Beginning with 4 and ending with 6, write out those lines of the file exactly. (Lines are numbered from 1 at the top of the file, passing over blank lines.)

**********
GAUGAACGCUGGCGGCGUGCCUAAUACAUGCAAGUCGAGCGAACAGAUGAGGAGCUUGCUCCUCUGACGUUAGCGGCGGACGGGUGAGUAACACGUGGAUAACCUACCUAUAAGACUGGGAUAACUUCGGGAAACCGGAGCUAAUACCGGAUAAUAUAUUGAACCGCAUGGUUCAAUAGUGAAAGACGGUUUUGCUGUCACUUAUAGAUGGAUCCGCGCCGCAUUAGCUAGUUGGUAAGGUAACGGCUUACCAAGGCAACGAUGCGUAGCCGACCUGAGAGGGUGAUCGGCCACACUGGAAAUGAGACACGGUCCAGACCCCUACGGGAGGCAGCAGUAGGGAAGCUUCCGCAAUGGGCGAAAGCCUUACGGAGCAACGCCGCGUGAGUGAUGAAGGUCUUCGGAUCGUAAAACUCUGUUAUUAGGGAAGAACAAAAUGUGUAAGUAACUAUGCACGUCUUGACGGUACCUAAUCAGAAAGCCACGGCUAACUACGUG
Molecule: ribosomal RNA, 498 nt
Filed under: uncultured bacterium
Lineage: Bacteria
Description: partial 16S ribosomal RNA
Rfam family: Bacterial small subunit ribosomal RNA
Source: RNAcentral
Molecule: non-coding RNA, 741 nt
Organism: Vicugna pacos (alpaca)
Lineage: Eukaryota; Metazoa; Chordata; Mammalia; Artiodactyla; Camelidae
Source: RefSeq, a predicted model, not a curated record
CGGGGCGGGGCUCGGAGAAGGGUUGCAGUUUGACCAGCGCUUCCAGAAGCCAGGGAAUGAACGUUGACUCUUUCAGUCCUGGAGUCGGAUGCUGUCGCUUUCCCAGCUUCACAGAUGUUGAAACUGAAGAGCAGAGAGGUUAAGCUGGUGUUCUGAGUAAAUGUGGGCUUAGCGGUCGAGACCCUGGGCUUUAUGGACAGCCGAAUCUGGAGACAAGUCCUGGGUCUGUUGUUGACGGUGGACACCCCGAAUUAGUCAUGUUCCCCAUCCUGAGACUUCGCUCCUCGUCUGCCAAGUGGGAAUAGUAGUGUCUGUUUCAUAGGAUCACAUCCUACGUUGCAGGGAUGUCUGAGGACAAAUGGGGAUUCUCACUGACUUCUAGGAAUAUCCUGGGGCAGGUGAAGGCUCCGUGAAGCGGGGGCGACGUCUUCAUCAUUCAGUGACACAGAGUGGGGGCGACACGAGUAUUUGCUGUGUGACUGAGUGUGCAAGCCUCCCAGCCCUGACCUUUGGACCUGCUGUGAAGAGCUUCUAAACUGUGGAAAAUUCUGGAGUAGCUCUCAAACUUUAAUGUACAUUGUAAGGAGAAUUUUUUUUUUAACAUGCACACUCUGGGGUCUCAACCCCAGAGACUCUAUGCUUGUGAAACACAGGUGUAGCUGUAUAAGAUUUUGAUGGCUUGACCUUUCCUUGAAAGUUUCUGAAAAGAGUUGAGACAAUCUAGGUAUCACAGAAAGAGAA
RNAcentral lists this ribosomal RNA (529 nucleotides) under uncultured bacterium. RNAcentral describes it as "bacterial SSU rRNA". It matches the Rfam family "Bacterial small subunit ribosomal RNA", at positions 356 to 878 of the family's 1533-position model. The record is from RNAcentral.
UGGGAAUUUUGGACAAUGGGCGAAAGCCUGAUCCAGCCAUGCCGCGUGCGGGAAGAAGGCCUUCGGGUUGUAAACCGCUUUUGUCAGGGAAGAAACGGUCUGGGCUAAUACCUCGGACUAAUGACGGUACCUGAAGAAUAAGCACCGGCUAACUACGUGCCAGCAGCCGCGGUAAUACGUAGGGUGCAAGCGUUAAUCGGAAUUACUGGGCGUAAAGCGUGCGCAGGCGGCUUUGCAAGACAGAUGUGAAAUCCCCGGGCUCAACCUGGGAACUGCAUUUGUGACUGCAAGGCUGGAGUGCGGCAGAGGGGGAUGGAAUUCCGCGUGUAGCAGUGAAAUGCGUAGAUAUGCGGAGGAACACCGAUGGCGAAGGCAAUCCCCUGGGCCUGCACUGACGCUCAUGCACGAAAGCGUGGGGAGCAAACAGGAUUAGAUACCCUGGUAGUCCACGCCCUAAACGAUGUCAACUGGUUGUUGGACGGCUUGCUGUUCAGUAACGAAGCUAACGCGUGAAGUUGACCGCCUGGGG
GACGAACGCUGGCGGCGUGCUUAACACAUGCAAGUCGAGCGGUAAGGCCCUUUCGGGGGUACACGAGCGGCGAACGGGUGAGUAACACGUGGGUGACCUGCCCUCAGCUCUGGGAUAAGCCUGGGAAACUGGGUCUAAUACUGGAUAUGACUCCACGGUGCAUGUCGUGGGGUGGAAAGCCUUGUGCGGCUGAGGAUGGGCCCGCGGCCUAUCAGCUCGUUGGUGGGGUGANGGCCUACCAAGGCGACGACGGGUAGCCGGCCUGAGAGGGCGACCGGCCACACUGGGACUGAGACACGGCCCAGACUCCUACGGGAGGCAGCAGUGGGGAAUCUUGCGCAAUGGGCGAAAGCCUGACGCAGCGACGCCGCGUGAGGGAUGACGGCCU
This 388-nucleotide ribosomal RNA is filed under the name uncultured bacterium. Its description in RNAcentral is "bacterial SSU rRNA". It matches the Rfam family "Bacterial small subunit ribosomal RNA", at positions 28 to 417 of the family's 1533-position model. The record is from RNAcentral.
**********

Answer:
Lineage: Bacteria
Description: partial 16S ribosomal RNA
Rfam family: Bacterial small subunit ribosomal RNA